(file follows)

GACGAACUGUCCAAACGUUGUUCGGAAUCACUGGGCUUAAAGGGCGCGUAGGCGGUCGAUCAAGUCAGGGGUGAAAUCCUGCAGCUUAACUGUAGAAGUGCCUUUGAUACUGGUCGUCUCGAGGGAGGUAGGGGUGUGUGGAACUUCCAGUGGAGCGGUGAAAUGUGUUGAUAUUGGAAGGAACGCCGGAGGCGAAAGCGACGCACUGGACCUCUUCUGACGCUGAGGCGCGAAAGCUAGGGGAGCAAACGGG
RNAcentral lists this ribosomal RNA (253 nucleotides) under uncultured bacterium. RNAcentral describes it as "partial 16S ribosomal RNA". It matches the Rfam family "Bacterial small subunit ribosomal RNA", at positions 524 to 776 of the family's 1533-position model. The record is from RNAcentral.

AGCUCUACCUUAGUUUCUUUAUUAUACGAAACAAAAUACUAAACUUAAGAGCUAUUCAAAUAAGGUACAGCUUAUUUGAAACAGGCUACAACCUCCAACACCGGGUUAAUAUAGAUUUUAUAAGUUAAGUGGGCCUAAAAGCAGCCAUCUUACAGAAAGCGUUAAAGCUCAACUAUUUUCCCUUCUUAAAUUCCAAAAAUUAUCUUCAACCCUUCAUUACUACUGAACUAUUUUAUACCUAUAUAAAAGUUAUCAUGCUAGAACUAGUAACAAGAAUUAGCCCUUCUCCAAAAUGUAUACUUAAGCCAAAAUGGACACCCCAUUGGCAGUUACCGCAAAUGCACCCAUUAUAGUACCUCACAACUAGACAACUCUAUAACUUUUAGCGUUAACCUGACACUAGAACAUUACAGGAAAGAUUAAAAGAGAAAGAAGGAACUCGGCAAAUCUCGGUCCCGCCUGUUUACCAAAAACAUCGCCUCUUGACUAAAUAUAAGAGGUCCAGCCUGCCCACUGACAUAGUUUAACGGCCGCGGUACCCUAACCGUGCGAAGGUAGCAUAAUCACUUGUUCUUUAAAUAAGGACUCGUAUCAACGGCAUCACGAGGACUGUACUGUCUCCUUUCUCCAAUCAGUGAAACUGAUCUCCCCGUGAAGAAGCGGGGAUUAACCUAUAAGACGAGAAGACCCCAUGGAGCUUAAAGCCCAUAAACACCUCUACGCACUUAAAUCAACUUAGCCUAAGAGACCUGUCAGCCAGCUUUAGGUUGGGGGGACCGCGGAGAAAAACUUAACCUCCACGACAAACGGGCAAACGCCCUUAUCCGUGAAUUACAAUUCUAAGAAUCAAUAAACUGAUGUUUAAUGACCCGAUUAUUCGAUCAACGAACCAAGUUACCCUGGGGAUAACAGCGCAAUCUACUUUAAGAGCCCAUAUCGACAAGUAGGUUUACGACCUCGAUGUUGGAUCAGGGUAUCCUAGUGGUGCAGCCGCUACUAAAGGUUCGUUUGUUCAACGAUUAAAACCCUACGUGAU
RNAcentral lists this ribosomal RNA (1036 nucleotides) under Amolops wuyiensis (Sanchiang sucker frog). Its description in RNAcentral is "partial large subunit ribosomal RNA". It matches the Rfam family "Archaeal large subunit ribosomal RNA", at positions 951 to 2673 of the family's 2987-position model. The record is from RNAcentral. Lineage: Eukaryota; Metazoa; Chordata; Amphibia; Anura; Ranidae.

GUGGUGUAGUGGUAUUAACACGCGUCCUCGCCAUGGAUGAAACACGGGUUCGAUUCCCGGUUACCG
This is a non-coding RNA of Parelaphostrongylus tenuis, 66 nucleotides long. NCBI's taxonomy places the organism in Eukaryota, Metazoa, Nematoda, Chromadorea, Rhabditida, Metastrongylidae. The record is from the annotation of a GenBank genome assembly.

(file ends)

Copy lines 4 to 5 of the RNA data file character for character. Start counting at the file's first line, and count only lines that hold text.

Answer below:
RNAcentral lists this ribosomal RNA (1036 nucleotides) under Amolops wuyiensis (Sanchiang sucker frog). Its description in RNAcentral is "partial large subunit ribosomal RNA". It matches the Rfam family "Archaeal large subunit ribosomal RNA", at positions 951 to 2673 of the family's 2987-position model. The record is from RNAcentral. Lineage: Eukaryota; Metazoa; Chordata; Amphibia; Anura; Ranidae.

GUGGUGUAGUGGUAUUAACACGCGUCCUCGCCAUGGAUGAAACACGGGUUCGAUUCCCGGUUACCG